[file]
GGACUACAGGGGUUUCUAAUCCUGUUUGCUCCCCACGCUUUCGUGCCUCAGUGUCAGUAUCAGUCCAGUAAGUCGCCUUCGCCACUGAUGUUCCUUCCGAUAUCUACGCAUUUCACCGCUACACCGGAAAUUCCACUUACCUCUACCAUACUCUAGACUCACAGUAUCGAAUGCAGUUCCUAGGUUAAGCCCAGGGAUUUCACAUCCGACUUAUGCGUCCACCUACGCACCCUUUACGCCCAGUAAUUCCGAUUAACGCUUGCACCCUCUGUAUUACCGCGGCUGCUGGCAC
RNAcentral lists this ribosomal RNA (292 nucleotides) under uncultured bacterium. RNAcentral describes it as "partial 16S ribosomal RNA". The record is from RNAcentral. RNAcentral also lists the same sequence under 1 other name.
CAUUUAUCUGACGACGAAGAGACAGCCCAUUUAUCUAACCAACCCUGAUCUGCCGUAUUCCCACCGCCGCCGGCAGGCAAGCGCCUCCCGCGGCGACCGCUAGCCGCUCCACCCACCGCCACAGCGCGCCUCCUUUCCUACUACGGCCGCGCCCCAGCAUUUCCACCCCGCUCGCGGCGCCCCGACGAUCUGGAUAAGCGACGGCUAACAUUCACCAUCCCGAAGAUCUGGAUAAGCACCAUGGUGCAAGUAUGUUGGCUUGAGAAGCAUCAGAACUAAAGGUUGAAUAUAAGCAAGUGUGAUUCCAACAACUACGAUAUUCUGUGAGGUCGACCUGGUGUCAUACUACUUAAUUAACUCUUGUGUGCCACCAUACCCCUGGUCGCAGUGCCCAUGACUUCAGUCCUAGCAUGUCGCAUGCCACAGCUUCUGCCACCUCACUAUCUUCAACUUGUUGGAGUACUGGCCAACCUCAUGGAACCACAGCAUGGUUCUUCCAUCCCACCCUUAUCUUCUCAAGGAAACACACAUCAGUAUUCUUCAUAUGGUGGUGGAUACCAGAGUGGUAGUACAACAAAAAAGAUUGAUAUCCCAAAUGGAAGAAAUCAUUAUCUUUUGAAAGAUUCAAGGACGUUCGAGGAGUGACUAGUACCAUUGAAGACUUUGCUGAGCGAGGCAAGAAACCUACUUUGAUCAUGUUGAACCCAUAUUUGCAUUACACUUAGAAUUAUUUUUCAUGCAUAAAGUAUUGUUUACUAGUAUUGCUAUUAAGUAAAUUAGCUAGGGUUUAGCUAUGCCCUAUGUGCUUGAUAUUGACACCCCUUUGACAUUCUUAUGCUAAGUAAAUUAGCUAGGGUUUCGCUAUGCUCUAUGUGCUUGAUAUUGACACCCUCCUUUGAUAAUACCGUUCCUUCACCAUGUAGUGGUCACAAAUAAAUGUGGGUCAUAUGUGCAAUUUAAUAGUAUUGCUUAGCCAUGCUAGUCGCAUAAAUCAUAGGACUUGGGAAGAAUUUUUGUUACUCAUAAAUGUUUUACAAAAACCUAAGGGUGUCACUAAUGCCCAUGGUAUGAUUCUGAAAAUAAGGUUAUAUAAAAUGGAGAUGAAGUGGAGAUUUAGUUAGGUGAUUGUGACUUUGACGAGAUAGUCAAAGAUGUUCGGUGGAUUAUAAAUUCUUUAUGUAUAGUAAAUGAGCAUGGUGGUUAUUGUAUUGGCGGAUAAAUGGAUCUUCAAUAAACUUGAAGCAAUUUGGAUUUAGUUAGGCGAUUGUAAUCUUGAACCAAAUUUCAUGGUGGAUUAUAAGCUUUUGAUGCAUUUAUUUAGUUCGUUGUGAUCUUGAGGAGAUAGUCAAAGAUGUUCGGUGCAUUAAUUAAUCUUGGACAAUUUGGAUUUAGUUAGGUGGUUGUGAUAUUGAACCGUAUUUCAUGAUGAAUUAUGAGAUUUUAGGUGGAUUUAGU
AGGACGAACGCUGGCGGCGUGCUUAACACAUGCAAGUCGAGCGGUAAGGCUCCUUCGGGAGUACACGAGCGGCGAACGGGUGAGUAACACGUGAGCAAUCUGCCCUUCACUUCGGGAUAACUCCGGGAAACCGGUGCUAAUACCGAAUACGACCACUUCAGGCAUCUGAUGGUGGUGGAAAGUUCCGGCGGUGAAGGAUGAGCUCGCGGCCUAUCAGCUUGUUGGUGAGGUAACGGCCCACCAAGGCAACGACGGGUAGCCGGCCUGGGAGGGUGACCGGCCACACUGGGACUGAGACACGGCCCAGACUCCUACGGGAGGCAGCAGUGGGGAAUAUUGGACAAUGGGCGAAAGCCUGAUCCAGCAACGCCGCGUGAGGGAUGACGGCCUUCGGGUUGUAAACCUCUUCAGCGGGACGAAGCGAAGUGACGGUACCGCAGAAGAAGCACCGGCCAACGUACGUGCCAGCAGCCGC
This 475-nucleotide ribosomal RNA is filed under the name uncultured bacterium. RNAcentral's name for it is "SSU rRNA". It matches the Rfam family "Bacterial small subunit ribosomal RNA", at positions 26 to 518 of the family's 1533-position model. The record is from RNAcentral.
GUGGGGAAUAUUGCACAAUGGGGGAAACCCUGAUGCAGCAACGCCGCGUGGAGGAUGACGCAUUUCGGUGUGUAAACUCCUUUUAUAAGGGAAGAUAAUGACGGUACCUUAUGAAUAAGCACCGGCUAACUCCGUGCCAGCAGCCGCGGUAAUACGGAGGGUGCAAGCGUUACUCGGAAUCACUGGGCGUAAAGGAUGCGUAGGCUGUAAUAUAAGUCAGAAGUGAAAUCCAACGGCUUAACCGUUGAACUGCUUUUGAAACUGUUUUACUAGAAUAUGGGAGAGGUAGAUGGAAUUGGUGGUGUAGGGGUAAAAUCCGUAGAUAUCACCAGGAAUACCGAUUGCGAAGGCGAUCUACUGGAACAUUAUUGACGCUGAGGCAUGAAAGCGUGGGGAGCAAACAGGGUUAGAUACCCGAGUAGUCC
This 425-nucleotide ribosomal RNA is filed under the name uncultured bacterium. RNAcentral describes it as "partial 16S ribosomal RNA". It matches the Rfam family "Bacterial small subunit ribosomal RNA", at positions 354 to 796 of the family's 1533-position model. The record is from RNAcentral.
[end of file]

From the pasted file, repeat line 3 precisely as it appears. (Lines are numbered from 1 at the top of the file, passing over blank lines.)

CAUUUAUCUGACGACGAAGAGACAGCCCAUUUAUCUAACCAACCCUGAUCUGCCGUAUUCCCACCGCCGCCGGCAGGCAAGCGCCUCCCGCGGCGACCGCUAGCCGCUCCACCCACCGCCACAGCGCGCCUCCUUUCCUACUACGGCCGCGCCCCAGCAUUUCCACCCCGCUCGCGGCGCCCCGACGAUCUGGAUAAGCGACGGCUAACAUUCACCAUCCCGAAGAUCUGGAUAAGCACCAUGGUGCAAGUAUGUUGGCUUGAGAAGCAUCAGAACUAAAGGUUGAAUAUAAGCAAGUGUGAUUCCAACAACUACGAUAUUCUGUGAGGUCGACCUGGUGUCAUACUACUUAAUUAACUCUUGUGUGCCACCAUACCCCUGGUCGCAGUGCCCAUGACUUCAGUCCUAGCAUGUCGCAUGCCACAGCUUCUGCCACCUCACUAUCUUCAACUUGUUGGAGUACUGGCCAACCUCAUGGAACCACAGCAUGGUUCUUCCAUCCCACCCUUAUCUUCUCAAGGAAACACACAUCAGUAUUCUUCAUAUGGUGGUGGAUACCAGAGUGGUAGUACAACAAAAAAGAUUGAUAUCCCAAAUGGAAGAAAUCAUUAUCUUUUGAAAGAUUCAAGGACGUUCGAGGAGUGACUAGUACCAUUGAAGACUUUGCUGAGCGAGGCAAGAAACCUACUUUGAUCAUGUUGAACCCAUAUUUGCAUUACACUUAGAAUUAUUUUUCAUGCAUAAAGUAUUGUUUACUAGUAUUGCUAUUAAGUAAAUUAGCUAGGGUUUAGCUAUGCCCUAUGUGCUUGAUAUUGACACCCCUUUGACAUUCUUAUGCUAAGUAAAUUAGCUAGGGUUUCGCUAUGCUCUAUGUGCUUGAUAUUGACACCCUCCUUUGAUAAUACCGUUCCUUCACCAUGUAGUGGUCACAAAUAAAUGUGGGUCAUAUGUGCAAUUUAAUAGUAUUGCUUAGCCAUGCUAGUCGCAUAAAUCAUAGGACUUGGGAAGAAUUUUUGUUACUCAUAAAUGUUUUACAAAAACCUAAGGGUGUCACUAAUGCCCAUGGUAUGAUUCUGAAAAUAAGGUUAUAUAAAAUGGAGAUGAAGUGGAGAUUUAGUUAGGUGAUUGUGACUUUGACGAGAUAGUCAAAGAUGUUCGGUGGAUUAUAAAUUCUUUAUGUAUAGUAAAUGAGCAUGGUGGUUAUUGUAUUGGCGGAUAAAUGGAUCUUCAAUAAACUUGAAGCAAUUUGGAUUUAGUUAGGCGAUUGUAAUCUUGAACCAAAUUUCAUGGUGGAUUAUAAGCUUUUGAUGCAUUUAUUUAGUUCGUUGUGAUCUUGAGGAGAUAGUCAAAGAUGUUCGGUGCAUUAAUUAAUCUUGGACAAUUUGGAUUUAGUUAGGUGGUUGUGAUAUUGAACCGUAUUUCAUGAUGAAUUAUGAGAUUUUAGGUGGAUUUAGU